MEDC Launches Two New Programs Aimed at Michigan Talent

Michiganders, like many others, have suffered tremendous financial hardship over the past year. As the pandemic swept through the country, unemployment rates skyrocketed and some businesses were forced to close their doors for good.


As the state works to get its economy back up and running, the Michigan Economic Development Corporation is launching two new initiatives to help Michigan’s working class stay competitive and to give college graduates the chance at the career of their dreams.


The Regional Talent Innovation Grant is a $7.5 million fund that will extend to workers across the state to assist in the need for regional talent, developing existing workforces statewide and introduce new training opportunities for various high-demand skill sets to address the individual needs of each region. The initiative will provide training opportunities to roughly 750 people across Michigan. The funds are being provided by the Community Development Block Grant CARES Act, or CDBG.


“The Talent Expansion Initiative is an opportunity for us to make sure that Michigan continues to have the strongest workforce that we can possibly have,” says Josh Hundt, executive vice president and chief business development officer for the Michigan Economic Development Corporation.


While the grant will extend to all demographics, individuals from low to moderate-income backgrounds will have priority in the selection process with an emphasis on those who reside in disadvantaged areas of the state. The Regional Talent Innovation Grant is partnering with several organizations to provide programs with grants of $500,000 to $950,000.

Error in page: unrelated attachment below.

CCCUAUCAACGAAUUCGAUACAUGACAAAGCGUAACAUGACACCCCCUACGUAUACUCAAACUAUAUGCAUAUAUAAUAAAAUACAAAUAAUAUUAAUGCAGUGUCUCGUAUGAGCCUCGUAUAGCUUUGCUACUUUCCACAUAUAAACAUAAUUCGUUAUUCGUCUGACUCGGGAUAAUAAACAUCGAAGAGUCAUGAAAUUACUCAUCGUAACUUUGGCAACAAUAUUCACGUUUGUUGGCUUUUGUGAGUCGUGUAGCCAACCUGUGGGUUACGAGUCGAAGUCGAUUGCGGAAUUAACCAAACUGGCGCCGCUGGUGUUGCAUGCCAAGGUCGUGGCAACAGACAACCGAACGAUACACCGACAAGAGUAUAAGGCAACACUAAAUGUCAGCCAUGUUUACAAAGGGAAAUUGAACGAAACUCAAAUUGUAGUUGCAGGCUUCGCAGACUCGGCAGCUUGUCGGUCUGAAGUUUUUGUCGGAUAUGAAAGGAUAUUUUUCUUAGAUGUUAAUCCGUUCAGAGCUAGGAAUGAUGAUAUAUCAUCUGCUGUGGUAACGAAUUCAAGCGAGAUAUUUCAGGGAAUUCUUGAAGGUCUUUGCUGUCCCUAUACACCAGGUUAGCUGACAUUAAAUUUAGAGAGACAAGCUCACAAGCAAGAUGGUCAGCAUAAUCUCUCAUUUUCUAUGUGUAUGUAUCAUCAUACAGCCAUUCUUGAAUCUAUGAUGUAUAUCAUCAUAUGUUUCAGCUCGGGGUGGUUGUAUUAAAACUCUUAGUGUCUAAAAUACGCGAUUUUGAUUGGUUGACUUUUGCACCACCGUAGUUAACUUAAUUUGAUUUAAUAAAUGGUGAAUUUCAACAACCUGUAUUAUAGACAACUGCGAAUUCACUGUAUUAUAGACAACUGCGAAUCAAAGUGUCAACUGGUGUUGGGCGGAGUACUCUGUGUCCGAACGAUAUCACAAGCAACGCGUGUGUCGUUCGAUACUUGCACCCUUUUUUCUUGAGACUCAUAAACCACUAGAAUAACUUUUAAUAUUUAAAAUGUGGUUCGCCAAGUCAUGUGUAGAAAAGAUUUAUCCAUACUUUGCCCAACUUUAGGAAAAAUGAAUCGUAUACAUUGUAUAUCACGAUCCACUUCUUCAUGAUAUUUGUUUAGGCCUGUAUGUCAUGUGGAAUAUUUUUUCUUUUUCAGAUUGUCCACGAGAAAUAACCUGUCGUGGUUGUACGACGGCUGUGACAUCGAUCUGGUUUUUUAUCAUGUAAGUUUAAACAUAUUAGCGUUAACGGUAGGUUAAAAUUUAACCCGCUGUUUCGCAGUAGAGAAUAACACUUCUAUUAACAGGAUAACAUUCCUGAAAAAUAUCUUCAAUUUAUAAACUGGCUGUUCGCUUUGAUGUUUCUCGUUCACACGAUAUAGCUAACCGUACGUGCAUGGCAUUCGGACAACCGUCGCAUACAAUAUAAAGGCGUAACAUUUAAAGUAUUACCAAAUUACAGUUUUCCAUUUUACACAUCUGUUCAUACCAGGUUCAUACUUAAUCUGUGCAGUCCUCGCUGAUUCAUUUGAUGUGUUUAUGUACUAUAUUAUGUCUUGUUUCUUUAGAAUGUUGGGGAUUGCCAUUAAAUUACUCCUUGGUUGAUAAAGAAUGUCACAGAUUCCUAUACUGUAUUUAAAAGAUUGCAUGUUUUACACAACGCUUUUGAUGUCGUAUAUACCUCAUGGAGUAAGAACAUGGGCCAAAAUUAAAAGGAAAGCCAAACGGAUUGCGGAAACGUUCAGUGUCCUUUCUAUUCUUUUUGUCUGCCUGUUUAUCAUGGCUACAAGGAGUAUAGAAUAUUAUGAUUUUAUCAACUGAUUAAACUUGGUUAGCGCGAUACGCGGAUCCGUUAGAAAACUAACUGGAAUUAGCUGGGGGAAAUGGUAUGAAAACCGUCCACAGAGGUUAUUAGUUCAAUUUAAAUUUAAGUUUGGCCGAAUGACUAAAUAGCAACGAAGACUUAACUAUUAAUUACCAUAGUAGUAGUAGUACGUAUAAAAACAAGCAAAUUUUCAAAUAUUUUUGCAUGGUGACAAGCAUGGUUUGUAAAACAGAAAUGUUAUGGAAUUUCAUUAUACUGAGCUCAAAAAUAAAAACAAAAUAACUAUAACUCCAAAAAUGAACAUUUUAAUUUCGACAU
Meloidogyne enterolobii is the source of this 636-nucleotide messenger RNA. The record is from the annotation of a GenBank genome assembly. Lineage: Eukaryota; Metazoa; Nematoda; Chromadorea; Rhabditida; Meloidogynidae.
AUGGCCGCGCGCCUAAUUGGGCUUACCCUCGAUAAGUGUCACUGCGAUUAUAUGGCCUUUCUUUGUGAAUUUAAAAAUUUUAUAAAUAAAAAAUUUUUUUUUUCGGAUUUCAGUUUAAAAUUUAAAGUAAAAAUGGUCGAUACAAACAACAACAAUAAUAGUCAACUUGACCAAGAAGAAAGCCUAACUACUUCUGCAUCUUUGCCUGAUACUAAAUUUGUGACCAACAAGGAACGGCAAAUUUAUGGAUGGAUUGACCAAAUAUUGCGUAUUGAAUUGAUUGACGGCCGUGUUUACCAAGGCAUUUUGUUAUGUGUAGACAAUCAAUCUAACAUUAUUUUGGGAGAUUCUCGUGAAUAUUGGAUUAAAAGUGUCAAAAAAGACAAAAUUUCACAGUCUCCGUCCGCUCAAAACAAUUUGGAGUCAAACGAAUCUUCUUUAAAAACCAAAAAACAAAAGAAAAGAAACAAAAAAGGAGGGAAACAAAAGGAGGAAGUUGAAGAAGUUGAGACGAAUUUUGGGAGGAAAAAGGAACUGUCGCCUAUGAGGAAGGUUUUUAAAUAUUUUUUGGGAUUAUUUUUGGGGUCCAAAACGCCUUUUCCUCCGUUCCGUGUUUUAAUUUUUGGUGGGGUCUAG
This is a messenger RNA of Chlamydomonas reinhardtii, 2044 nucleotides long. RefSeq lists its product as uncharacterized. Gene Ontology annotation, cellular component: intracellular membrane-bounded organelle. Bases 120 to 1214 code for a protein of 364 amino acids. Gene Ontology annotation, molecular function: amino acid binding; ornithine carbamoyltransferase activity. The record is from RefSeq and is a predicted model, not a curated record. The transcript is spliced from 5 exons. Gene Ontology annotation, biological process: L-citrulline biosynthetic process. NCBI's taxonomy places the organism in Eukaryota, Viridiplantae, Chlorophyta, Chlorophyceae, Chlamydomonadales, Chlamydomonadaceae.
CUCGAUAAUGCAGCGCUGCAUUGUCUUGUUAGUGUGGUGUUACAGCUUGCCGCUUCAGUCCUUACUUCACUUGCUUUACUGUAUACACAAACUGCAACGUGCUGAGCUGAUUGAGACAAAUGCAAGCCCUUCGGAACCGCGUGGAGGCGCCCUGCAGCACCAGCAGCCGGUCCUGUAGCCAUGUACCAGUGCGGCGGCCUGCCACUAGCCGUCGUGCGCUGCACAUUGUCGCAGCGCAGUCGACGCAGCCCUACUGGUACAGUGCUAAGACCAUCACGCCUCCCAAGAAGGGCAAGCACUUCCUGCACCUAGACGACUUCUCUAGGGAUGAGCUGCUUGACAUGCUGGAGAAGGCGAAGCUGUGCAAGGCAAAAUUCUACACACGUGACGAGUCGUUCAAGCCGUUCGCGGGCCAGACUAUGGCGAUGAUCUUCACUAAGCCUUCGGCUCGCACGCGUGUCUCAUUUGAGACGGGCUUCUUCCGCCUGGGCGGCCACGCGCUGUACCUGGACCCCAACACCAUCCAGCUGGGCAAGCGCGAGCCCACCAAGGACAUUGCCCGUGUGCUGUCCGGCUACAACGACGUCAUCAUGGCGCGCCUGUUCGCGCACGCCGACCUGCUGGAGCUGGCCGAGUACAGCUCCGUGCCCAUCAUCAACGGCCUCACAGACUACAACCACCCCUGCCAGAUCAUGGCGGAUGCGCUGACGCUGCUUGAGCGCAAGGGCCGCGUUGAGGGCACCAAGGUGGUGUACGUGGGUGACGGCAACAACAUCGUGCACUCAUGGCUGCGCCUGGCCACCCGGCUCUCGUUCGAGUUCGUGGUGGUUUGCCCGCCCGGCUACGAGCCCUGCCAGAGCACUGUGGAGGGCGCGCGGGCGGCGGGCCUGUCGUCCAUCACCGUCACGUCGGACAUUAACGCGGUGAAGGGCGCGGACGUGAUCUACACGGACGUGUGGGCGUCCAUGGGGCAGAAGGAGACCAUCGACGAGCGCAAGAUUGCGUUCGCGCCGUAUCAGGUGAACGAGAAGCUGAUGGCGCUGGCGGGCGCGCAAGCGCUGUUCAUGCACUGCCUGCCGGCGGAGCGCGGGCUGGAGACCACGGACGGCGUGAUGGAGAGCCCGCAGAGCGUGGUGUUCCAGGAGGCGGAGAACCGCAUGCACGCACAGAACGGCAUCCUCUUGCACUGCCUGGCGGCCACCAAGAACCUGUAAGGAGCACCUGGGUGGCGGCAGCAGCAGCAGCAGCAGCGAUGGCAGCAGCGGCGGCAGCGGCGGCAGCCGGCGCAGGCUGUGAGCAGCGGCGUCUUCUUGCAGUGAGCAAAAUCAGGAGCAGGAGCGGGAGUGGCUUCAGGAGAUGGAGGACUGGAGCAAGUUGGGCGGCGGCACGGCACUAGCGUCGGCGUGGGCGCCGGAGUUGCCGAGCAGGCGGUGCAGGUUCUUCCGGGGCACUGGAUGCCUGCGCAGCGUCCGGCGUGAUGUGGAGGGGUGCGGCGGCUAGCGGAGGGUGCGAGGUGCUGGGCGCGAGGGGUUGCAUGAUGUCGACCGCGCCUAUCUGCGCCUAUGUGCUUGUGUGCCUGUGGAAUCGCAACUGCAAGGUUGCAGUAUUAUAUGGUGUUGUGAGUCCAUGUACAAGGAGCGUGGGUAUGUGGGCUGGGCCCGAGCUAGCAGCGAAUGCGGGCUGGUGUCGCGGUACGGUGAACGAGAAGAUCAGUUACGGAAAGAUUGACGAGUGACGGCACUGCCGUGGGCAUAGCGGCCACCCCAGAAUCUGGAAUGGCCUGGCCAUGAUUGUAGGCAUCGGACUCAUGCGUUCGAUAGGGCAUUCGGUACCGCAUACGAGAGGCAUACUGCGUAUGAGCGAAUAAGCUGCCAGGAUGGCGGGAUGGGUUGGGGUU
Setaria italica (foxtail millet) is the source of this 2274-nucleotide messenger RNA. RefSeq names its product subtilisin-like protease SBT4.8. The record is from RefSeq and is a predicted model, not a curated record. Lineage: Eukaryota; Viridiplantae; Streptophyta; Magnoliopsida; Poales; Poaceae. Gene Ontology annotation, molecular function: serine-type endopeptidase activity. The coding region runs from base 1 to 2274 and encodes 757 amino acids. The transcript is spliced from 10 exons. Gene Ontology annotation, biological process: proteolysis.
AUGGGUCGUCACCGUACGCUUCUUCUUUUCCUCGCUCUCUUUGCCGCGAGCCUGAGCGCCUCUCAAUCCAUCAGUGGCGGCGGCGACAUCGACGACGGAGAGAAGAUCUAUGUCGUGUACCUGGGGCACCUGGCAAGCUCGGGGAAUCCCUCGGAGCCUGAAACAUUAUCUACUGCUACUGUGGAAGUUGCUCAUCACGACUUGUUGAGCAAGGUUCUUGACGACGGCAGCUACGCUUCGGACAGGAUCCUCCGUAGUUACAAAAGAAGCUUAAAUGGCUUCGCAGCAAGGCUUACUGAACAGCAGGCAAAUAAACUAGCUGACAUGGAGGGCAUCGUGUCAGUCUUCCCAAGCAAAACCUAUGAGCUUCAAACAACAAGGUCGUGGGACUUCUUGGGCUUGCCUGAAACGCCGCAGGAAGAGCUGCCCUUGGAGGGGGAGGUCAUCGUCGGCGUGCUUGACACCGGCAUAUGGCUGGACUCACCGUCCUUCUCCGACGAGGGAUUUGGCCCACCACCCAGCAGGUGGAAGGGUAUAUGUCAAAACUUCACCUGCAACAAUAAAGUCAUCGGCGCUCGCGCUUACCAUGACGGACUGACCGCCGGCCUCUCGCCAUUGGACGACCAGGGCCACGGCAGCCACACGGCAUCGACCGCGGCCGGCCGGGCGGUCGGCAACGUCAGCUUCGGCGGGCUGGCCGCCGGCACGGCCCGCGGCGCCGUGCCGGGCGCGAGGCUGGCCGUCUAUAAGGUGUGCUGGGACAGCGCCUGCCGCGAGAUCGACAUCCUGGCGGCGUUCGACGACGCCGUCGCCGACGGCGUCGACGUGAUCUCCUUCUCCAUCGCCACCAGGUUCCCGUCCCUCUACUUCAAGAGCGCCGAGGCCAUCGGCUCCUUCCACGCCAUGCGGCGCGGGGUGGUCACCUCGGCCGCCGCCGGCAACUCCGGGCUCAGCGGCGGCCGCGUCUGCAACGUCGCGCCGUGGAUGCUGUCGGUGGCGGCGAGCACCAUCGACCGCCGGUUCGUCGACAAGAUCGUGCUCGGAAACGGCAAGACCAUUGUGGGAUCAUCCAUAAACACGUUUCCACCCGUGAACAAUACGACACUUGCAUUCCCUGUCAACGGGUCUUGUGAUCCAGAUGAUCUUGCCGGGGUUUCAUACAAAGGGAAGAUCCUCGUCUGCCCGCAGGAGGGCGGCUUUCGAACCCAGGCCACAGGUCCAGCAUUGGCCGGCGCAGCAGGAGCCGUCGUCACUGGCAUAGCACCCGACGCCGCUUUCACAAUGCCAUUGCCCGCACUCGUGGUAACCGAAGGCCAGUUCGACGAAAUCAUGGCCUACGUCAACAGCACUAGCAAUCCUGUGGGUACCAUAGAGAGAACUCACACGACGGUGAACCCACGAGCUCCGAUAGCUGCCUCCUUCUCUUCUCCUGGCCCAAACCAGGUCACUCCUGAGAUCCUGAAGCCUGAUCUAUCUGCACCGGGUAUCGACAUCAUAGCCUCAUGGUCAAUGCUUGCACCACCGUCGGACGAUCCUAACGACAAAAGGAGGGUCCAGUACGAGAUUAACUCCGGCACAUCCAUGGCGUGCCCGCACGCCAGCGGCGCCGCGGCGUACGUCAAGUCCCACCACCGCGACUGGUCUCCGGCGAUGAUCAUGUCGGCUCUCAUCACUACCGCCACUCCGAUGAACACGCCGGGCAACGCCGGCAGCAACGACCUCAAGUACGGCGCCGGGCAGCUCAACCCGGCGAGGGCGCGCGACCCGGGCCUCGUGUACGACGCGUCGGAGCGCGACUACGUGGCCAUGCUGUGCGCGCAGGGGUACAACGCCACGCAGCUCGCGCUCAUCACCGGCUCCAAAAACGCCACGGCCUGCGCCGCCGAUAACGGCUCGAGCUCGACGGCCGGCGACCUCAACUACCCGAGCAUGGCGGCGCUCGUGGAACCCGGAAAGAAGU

“What we saw is that there are significant challenges that we need to overcome in our talent ecosystem. While we have a talented workforce here in Michigan right now, there is a challenge of a shrinking talent pool and a supply and demand mismatch. This is something that is needed to help ensure that we have a full suite of services to ensure our talented workforce has the opportunity to be trained and prepared for the jobs of the future,” says Hundt.


To be considered for the grant, applicants must meet a set of criteria including fitting with the MEDC’s Strategic Plan and the vision, strategy and priority for community and align with Governor Gretchen Whitmer’s Sixty by 30 goal.


The second program will be aimed at students and providing paid internships in science, technology, engineering and math allowing for the potential to grow into a long-term relationship and career opportunities. The Michigan STEM Forward program will help retain some of Michigan’s newest talent and support the economy in their own backyards.


“We have many great students coming out of our universities and we want to make sure that we continue to lead in that space and have Michigan be successful because of our talented individuals that live here in this state,” says Hundt.


The program, while an extension of the already-established Ann Arbor SPARK initiative, will work to place students with corporations across Michigan. The $1.5 million-dollar campaign will help to place up to 450 students who desire to work in the STEM fields. Each internship opportunity will last from 10 to 12 weeks with the hopes of turning into a permanent position post-graduation.


“We have partnered with Ann Arbor SPARK who created a model for this program that they are doing in Washtenaw county and [bring] that program statewide. They will be managing that on behalf of the Michigan Economic Development Corporation,” says Hundt.


For eligibility under the Michigan STEM Forward program, students must attend an institution of higher learning in Michigan pursuing a career in any of the STEM majors. Amongst other responsibilities, Ann Arbor SPARK will be responsible for sorting through applications, approvals or denials and payments to the students.


“Programs like this are important because they play a massive role in Michigan’s ability to be a leading state coming out of the economic challenges caused by the ongoing pandemic,” Hundt says. “Michigan can lead this recovery by having a strong workforce both in advanced manufacturing, technology, engineering and other fields.”


Applications are slated to go live in mid-April. Residents across the state are encouraged to apply. For more information, visit the Detroit Means Business website.



About Post Author

From the Web

Skip to content